Auqib Javeed | Kashmir Observer

Srinagar: The decision of the Union government to relax 20% customs duty on apples imported from the United States has come as a shocker for the fruit traders in Jammu and Kashmir amidst the apple harvesting season in full swing.

In June, the U.S and India agreed to terminate six outstanding disputes at the World Trade Organization. Also, India agreed to reduce tariffs on certain US products, including chickpeas, lentils, almonds, walnuts, apples, boric acid, and diagnostic reagents. The announcement was made by GOI a few days after the G-20 summit in the national capital.

The apple growers argue that they have faced a lot of problems due to the 2019 shutdown and the covid-19 lockdown, and now the further reduction of import duties from U.S products will hit their business hard.

The horticulture sector plays an important role in the Union Territory and contributes significantly to its economy. In 2019, Kashmir produced about 1.9 million metric tons of apples, the highest in the country.

According to government figures, horticulture is a source of livelihood for 33 lakh people. About seven lakh families are directly or indirectly involved and depend on this sector.

The UT has been declared as an Agri Export Zone for apples and walnuts.

Bashir Ahmad Bashir, president of the All Valley Fruit Growers and Dealers Association (AVFGDA), the leading association of apple growers and traders in Kashmir, told Kashmir Observer that the government needs to reconsider the decision taking into consideration the losses the farmers will suffer.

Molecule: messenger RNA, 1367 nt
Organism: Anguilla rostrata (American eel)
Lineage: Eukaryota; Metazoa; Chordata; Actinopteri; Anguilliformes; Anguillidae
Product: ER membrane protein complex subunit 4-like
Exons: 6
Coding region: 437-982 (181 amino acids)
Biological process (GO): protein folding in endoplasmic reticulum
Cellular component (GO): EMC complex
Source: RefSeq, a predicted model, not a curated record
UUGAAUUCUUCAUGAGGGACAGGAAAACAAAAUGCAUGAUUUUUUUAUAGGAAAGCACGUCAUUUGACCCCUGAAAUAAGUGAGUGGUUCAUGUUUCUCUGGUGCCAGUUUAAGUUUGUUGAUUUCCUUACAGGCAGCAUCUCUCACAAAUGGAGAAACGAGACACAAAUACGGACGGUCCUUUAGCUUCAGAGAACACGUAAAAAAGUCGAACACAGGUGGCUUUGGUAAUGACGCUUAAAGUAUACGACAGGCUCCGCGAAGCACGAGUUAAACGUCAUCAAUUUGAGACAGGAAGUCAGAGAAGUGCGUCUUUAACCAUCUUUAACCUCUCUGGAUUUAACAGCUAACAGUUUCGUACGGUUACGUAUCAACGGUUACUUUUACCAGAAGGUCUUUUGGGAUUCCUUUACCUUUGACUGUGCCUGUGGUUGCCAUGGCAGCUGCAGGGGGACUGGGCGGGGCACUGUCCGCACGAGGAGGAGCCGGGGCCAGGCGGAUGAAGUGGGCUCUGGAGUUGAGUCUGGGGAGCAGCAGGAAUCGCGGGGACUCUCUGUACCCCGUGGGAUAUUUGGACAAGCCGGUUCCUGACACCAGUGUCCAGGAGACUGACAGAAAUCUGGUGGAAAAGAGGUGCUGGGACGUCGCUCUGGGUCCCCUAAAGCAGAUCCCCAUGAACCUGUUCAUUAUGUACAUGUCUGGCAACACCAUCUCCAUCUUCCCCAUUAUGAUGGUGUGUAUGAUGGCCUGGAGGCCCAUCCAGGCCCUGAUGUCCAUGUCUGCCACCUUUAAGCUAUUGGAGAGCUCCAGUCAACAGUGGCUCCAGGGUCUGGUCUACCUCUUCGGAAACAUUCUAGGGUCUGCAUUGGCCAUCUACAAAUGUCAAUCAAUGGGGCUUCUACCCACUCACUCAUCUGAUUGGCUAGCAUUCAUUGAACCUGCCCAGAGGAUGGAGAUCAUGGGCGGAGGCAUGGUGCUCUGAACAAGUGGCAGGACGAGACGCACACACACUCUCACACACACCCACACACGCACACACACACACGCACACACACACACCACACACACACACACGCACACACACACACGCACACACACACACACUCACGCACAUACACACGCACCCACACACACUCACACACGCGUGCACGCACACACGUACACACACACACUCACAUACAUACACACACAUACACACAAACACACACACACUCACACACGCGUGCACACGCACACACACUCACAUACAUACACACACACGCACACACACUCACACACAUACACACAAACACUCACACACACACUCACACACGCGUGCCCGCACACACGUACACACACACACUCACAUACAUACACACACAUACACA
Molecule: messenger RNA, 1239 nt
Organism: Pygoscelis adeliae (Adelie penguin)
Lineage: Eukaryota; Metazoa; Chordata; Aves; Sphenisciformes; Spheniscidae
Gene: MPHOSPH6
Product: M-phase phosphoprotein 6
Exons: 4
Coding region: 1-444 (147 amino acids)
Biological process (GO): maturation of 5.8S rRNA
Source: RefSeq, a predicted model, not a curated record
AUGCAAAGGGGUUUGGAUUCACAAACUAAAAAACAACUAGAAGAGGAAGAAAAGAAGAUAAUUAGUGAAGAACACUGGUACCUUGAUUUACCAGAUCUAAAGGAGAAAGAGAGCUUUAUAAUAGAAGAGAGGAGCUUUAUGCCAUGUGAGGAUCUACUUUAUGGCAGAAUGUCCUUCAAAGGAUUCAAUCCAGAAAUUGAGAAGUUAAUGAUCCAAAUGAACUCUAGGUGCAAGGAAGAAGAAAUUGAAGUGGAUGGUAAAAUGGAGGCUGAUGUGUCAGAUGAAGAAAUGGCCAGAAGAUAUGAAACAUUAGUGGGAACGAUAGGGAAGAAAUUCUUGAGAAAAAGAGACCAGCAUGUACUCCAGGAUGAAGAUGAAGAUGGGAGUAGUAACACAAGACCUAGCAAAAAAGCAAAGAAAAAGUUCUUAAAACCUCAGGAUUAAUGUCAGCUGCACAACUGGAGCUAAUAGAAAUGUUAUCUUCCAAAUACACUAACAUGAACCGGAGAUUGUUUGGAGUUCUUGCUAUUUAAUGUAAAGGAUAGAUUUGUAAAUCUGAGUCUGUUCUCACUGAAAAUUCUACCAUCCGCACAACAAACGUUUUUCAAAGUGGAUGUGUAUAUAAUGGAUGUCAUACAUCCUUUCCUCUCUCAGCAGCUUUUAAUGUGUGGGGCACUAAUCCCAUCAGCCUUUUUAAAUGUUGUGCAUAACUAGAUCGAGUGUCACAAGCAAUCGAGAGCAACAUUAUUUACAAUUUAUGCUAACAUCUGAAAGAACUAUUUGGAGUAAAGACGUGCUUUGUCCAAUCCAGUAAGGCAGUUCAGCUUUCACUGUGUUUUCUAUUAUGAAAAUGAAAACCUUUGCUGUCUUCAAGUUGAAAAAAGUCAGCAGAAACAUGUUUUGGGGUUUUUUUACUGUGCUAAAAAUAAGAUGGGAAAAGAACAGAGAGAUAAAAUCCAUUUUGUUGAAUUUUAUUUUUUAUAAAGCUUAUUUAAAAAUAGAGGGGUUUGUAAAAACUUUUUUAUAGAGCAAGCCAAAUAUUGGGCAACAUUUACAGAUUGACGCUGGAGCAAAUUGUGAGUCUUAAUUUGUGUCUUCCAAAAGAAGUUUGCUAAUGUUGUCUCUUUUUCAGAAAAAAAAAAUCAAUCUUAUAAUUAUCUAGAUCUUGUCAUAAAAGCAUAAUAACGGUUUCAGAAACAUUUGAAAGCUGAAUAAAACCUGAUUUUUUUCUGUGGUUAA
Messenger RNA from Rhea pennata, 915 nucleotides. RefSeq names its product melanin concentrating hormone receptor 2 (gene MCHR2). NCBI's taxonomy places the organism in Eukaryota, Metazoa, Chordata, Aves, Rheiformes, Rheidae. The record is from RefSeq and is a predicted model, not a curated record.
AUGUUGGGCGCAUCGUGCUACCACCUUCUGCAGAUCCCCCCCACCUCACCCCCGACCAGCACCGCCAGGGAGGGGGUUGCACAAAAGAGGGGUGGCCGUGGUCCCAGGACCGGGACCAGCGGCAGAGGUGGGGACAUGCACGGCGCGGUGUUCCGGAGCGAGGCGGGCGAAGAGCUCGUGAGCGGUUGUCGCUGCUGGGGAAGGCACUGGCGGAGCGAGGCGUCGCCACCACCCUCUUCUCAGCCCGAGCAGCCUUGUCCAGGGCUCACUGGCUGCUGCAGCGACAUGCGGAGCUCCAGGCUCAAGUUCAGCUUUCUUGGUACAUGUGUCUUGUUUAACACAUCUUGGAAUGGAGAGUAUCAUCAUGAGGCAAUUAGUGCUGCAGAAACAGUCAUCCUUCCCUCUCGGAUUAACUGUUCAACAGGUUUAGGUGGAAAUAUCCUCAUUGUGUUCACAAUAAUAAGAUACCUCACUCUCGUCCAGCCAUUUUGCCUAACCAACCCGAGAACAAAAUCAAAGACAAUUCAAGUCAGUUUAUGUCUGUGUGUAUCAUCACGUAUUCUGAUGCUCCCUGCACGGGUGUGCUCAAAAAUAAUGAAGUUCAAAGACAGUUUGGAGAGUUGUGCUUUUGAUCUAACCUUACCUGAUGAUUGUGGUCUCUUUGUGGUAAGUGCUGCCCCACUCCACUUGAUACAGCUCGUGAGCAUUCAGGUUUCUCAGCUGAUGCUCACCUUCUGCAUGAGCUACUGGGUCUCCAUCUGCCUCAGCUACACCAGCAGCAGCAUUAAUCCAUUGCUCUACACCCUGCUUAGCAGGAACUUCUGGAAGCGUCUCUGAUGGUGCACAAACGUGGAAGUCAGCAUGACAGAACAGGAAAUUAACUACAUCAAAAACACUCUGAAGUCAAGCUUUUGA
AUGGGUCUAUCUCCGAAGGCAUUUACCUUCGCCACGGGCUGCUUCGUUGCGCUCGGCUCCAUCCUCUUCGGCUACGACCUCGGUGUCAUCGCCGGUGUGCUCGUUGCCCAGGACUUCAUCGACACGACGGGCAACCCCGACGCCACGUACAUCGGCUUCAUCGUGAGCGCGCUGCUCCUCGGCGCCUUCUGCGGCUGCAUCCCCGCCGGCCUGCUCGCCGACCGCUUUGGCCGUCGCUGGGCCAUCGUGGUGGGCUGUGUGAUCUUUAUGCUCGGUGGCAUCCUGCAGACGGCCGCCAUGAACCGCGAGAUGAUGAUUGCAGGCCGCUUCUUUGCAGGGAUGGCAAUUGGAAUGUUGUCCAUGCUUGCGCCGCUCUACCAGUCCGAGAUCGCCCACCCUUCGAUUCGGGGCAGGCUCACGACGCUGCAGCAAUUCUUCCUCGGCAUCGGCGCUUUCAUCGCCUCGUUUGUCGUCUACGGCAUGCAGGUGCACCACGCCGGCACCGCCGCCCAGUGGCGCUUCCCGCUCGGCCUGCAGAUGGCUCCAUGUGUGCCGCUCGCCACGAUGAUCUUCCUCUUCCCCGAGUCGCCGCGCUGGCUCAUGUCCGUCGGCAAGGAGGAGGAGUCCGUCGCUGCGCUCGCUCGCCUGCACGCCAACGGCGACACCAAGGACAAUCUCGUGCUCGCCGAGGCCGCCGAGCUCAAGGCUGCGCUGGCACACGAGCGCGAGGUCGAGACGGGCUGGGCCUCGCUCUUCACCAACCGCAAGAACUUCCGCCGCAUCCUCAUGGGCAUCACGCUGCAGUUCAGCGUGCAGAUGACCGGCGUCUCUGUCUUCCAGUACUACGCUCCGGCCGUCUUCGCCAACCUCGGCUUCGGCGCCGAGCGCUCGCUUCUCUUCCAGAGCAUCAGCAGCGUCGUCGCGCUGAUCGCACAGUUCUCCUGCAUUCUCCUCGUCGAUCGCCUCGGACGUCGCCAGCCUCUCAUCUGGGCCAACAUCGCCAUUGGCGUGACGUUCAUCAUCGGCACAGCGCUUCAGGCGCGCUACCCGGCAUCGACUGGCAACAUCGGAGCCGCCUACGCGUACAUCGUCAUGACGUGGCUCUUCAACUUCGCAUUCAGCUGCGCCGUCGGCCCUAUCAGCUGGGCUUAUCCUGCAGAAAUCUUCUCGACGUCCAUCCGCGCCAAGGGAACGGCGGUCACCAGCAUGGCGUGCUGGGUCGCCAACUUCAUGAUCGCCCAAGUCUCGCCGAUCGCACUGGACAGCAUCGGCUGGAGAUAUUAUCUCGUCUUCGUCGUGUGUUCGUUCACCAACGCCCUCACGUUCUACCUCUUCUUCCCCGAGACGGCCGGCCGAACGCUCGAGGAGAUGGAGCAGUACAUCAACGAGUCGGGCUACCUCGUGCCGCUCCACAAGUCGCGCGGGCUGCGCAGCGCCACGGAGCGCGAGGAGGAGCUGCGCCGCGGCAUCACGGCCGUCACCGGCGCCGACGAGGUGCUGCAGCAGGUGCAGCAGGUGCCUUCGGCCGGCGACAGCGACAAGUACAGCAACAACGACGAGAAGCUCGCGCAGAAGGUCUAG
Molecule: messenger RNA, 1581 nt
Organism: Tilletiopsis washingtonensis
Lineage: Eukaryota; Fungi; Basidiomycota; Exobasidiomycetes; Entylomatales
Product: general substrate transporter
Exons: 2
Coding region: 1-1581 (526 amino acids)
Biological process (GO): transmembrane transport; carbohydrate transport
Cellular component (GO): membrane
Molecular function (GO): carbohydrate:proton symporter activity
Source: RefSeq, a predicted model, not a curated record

“This will not only hit apple growers of Kashmir but those from Himachal, Uttarakhand and other states as well,” Bashir said.

He further said “Allowing free entry for into the Indian market will be catastrophic for apple growers in Kashmir”

Earlier, the apple growers maintained that a large quantity of Iranian apples would flood Indian markets, which ultimately was hitting the Kashmiri apple’s market share.

The growers claim that the free trade agreement (FTA) was being misused under the trade name of Afghan apple.

It may be noted that both Afghanistan and India are members of the South Asian Free Trade Zone (SAFTA) and hence they do not impose duty on imports from each other. However, Iran is not part of SAFTA but apples from there reach India via Afghanistan, bypassing import duties and taking the benefit from it.

“We were yet to convince the government to ban import of Iranian apples now this has happened,” Fayaz Ahmad Malik, president of Sopore Fruit Mandi, told Kashmir Observer.

He said, every year the orchardists and the traders have to face the challenges in one way or another.

In May this year, the central Government introduced Minimum Important Price (MIP) for apples—which barred apples from other countries without tax. However, the relaxation of customs duty on U.S products has left orchardists in the Kashmir Valley in deep anxiety.

Manzoor Ahmad Mir, an apple grower from North Kashmir’s Sopore told Kashmir Observer that the American apple growers are provided huge subsidies by the government while the growers from Kashmir don’t have such options.

“I think they (Govt) wants to cripple the apple industry in Kashmir,”


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